Ohio cable operators and the state's municipalgovernments have hit a snag on compromise legislation governing the latter's entryinto the video business.
As a result, the industry will throw its weight behind asubstitute bill containing the four key elements that operators and cities have managed toagree on.
"But those aren't enough for a successful pieceof legislation," Ohio Cable Telecommunications Association executive vice presidentEd Kozelek said.
The substitute "Fair Competition in Cable Act"will be unveiled in both the House and Senate this week, as cable tries to preventOhio's 84 municipal electrical utilities from following in the footsteps of Wadsworthand Lebanon -- the first local jurisdictions in the state to launch competitive cableservice.
At cable's insistence, the bill includescost-allocation language that bars cities from shifting the expense of providing municipalvideo services to their electrical utilities.
The idea is to prevent cities from using artificially lowcable prices as a way of luring subscribers away from established operators, Kozelek said.
Under the bill, a city caught allocating costs to aseparate entity would be subject to financial penalties.
"And the only way to find out if they're offeringcable at below fair market costs is for them to have to show their costs," Kozeleksaid.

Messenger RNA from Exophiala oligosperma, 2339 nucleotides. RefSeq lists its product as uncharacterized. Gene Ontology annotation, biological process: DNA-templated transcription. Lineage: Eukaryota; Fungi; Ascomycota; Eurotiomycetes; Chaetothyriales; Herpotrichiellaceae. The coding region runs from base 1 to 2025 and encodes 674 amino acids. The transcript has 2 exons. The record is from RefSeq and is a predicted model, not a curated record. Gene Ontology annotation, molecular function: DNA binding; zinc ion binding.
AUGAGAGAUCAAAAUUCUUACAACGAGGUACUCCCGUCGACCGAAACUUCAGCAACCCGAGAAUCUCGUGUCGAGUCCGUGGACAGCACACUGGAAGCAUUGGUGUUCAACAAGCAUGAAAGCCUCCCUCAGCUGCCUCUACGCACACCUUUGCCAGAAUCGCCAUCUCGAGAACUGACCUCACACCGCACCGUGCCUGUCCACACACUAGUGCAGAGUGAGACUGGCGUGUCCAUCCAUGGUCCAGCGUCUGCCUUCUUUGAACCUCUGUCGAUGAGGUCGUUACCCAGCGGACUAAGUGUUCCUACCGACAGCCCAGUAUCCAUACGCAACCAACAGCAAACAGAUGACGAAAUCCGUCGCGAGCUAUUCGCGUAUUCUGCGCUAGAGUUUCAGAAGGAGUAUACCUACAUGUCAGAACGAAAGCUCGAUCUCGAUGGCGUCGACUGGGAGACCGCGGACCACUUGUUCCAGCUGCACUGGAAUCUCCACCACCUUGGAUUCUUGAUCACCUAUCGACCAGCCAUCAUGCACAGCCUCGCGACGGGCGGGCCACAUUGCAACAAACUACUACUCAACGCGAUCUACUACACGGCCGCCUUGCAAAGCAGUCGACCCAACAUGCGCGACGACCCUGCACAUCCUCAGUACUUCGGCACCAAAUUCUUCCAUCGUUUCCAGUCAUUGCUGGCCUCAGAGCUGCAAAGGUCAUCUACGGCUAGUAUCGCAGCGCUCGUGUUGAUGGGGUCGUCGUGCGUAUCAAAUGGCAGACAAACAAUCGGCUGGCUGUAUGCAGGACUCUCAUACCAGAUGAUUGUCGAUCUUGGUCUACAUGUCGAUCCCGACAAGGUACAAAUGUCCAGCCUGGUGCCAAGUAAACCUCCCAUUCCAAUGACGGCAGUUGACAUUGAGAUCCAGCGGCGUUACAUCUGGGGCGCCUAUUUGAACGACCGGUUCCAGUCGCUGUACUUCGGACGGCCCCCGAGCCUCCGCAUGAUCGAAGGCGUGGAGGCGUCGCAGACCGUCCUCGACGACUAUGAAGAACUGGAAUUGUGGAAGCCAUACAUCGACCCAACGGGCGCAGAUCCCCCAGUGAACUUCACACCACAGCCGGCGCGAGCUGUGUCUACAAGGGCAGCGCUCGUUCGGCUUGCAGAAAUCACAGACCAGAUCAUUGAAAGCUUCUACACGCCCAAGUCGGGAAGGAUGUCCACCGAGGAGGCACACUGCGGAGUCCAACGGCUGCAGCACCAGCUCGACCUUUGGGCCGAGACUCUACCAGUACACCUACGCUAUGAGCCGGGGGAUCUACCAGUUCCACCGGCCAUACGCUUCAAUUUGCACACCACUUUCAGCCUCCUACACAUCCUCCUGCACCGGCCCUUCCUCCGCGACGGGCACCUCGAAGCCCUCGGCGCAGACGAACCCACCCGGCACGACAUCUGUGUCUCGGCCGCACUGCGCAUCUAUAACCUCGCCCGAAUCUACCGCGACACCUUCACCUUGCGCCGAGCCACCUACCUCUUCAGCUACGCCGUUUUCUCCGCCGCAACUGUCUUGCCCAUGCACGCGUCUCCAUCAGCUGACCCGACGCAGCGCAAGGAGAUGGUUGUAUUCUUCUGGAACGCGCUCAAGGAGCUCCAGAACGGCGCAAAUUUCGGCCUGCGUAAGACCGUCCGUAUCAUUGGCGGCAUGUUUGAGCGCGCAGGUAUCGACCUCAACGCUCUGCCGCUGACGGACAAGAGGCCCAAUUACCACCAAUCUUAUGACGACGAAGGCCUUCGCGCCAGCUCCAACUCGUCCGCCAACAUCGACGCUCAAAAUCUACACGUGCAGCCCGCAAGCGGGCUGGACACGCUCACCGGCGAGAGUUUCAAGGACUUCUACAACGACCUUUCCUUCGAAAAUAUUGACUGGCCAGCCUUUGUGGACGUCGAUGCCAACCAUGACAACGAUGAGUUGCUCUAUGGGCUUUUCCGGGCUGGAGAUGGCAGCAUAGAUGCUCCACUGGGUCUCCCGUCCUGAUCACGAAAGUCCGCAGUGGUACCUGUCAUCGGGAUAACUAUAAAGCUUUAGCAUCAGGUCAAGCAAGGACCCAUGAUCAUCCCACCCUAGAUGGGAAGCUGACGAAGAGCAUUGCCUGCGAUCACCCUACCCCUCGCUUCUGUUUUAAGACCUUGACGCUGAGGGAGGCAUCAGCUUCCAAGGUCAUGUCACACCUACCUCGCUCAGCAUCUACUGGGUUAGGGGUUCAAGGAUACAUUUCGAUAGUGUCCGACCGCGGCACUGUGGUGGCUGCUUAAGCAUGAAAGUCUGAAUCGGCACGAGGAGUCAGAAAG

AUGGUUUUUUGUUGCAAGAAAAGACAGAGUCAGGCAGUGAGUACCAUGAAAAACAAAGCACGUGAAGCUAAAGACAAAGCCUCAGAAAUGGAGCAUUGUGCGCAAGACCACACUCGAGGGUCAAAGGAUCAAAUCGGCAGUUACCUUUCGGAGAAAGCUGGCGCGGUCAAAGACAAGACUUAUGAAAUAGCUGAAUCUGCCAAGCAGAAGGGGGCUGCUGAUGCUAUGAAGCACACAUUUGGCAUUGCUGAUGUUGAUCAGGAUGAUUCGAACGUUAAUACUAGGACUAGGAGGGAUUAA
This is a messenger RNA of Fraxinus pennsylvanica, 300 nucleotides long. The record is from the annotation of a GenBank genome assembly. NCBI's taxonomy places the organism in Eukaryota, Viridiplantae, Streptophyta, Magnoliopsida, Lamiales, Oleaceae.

Officials for the Ohio Municipal Electrical Associationargued that cities should not be required to allocate the total cost of a network to atelecommunications utility if portions of the network are used by other municipalentities.
Moreover, OMEA executive director Jolene Thompson saidcities had become frustrated with cable after repeatedly agreeing to compromises, only tosee the language altered when translated to paper.
Kozelek answered that cable operators had tried to speedthe negotiations by agreeing to drop their insistence that municipally owned cablenetworks be subject to the same tax requirements as their privately owned counterparts.
Nevertheless, there have been some areas of agreement. Fourmutually acceptable provisions in the substitute bill were:
A clause mandating that cities impose the samerequirements on municipal networks as on private operators. Municipalities failing toimpose equal obligations must remove those same obligations from the incumbent.
A provision calling for disputes to be settled by anoutside third party, whose decision is nonbinding.
A requirement forcing cities to provide theincumbent with 45 days' notice before passing an ordinance authorizing constructionof a municipal network or expenditure of public money for a feasibility study.
A clause requiring that cities create a service fundseparate from all other municipal funds, which can only be used to finance the cost ofproviding cable service.